How did he turn out? Did his reputation follow him everywhere? Did he turn out to be as conservative as people either wanted, or didn’t want?

Yes and no. It’s one of these interesting questions. On the one hand, in terms of liturgy, I think he’s seen as a champion by people who are advocates of a return to a pre-Vatican II (1962-65) style of the mass. He made it more possible to celebrate the Latin liturgy that was used prior to Vatican II, when vernacular languages were allowed.

How did he do that? He allowed more churches to use Latin?

Yes. He allowed more churches to use Latin without the need of special permission, to celebrate the old liturgy. The other trait, which people who are of a more conservative bent liked about him, is that he has worked very hard to accommodate a number of groups in the church who were angered by some of the trends emerging from Vatican II, in particular a group called the Society of St. Pius X. It’s an organization that rejects [many of the] modernizing elements of Vatican II, its openness to people of other faiths, changes in the liturgy, openness to the notion of religious liberty. So he has gone a long way in making it possible, though this has not been completed, to making it possible for people of that sort of stripe to come back into the church of Rome fully. They had been viewed as schismatic, and were excommunicated in the 1980s. So he’s gone a long way in making it possible for them to return.

On the other hand, Pope Benedict has been embraced by people of a less traditionalist, more liberal bent because of what he has said about the environment and economic injustice. The need, for example, for modern governments to look after the needs of the poor, and not just ordinary citizens looking after the poor. So, he has had this interesting mix that you often find amongst popes. John Paul II was in some ways the same kind of mix, pleasing to traditionalist on the one hand and pleasing to progressives on the other.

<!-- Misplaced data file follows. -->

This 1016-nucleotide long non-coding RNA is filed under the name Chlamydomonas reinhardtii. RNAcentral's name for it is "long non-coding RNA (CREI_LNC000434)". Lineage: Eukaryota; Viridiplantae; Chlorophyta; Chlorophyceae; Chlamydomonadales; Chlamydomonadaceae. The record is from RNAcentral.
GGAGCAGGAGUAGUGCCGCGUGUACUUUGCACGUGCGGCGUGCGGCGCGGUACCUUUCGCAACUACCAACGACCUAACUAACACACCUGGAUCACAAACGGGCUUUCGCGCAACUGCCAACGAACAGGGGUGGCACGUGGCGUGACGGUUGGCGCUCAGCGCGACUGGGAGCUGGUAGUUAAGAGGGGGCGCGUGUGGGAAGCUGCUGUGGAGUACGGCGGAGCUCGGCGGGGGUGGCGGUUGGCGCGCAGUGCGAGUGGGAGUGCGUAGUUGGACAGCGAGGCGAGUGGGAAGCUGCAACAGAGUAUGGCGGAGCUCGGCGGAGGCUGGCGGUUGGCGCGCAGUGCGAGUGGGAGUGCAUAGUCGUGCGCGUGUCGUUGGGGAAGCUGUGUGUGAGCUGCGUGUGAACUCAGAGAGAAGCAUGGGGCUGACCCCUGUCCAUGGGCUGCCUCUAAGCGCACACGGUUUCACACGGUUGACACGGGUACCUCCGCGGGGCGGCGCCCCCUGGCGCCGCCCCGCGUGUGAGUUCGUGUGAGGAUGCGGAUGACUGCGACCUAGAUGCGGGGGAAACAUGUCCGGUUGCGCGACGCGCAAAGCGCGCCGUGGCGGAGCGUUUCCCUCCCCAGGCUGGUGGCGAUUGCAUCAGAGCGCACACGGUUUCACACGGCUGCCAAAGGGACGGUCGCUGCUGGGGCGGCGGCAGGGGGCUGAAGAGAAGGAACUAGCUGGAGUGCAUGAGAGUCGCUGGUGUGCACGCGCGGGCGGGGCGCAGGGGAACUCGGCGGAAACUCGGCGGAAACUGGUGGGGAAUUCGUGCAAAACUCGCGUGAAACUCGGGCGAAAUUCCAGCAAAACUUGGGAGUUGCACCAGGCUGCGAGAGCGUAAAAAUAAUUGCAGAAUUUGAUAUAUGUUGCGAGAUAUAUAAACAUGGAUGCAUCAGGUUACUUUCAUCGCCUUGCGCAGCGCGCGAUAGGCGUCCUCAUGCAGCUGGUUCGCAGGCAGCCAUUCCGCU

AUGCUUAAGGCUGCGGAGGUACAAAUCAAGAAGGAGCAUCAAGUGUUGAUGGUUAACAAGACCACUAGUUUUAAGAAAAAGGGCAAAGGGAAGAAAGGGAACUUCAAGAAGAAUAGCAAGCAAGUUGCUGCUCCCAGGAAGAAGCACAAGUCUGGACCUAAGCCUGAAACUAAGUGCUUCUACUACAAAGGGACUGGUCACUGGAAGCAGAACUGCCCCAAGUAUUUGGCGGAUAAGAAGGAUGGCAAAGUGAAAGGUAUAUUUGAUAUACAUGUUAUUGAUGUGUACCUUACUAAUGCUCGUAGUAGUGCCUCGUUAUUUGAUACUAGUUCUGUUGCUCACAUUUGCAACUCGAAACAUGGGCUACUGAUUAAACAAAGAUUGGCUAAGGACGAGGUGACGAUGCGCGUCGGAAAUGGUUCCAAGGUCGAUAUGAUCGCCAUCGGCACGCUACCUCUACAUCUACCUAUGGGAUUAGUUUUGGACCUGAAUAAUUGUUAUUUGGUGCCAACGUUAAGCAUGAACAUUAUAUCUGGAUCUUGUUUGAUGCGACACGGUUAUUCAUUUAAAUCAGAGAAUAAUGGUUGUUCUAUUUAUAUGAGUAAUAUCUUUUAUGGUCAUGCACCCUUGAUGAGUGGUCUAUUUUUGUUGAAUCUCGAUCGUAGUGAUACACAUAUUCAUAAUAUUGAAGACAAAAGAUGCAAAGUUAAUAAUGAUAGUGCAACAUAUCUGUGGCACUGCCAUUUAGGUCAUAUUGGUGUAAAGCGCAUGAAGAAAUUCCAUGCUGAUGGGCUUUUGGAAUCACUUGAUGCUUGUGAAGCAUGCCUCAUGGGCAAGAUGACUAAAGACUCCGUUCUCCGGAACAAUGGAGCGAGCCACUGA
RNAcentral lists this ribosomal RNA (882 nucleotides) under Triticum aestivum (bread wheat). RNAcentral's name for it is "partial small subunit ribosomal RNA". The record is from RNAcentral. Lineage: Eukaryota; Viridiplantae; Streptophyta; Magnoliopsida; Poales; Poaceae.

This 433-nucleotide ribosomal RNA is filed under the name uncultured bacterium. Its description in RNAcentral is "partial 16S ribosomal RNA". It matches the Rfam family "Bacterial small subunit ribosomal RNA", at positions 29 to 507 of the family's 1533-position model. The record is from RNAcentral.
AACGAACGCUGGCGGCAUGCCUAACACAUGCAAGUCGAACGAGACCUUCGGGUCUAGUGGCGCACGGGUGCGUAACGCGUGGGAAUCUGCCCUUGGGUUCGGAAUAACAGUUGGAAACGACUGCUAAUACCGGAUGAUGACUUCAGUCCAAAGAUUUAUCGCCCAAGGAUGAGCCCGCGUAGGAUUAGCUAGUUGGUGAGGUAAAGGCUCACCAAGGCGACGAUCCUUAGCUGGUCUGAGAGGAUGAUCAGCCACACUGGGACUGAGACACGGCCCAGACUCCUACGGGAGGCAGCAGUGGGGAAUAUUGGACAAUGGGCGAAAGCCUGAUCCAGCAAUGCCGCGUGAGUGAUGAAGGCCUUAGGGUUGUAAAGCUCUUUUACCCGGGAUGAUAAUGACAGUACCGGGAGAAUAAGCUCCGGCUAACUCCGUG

Explain the new liturgy that went into effect last year.

It is a new translation of the Latin text that made the English language mass, as it’s celebrated in the English speaking world, more literal to the Latin text. There had been translations to the Latin liturgy from earlier decades that was regarded by more traditionalist parties in the church, as not faithful enough to the Latin text. And so, the new English language translation is a more literal translation.

Of course in the United States and in Ireland, when the church is mentioned in the press, it’s often in the context of priests’ sexual violations. How did he handle that whole problem?

Well, he took a step that was very significant in seeing to it that the head of an organization called the Legion of Christ, a man by the name of Marcial Maciel Degollado, was relieved of his leadership duties in that organization. In doing that, Pope Benedict sent a signal that the Church would not abide even people of great power within the church if they committed sexual abuse or took advantage of others. It was said that Maciel not only abused children, but also seminarians. It was really a watershed moment. The Pope saw to it that Maciel was removed from his leadership of a congregation he founded, the Legion of Christ. So, I think we probably won’t know until ten, fifteen, twenty years out, how significant his leadership was on issues of sexual abuse.

I wouldn’t be surprised if we got a pope from the Spanish-Portuguese speaking Latin American world.

People have been saying that the Church should really reach out more to the developing world where there are millions of Catholics. Will that be the case with the choosing of the next pope?

I don’t think you can tell. I remember last time around when folks were trying to figure out who would be elected pope, Cardinal Oscar Andrés Rodríguez Maradiaga from Honduras was seen as a possible candidate for the papacy and I remember seeing him in an interview shortly after Benedict was elected and he seemed sort of crestfallen. There are many others in the Americas. So I wouldn’t be surprised either way. I wouldn’t be surprised if we got a pope from the Spanish-Portuguese speaking Latin American world.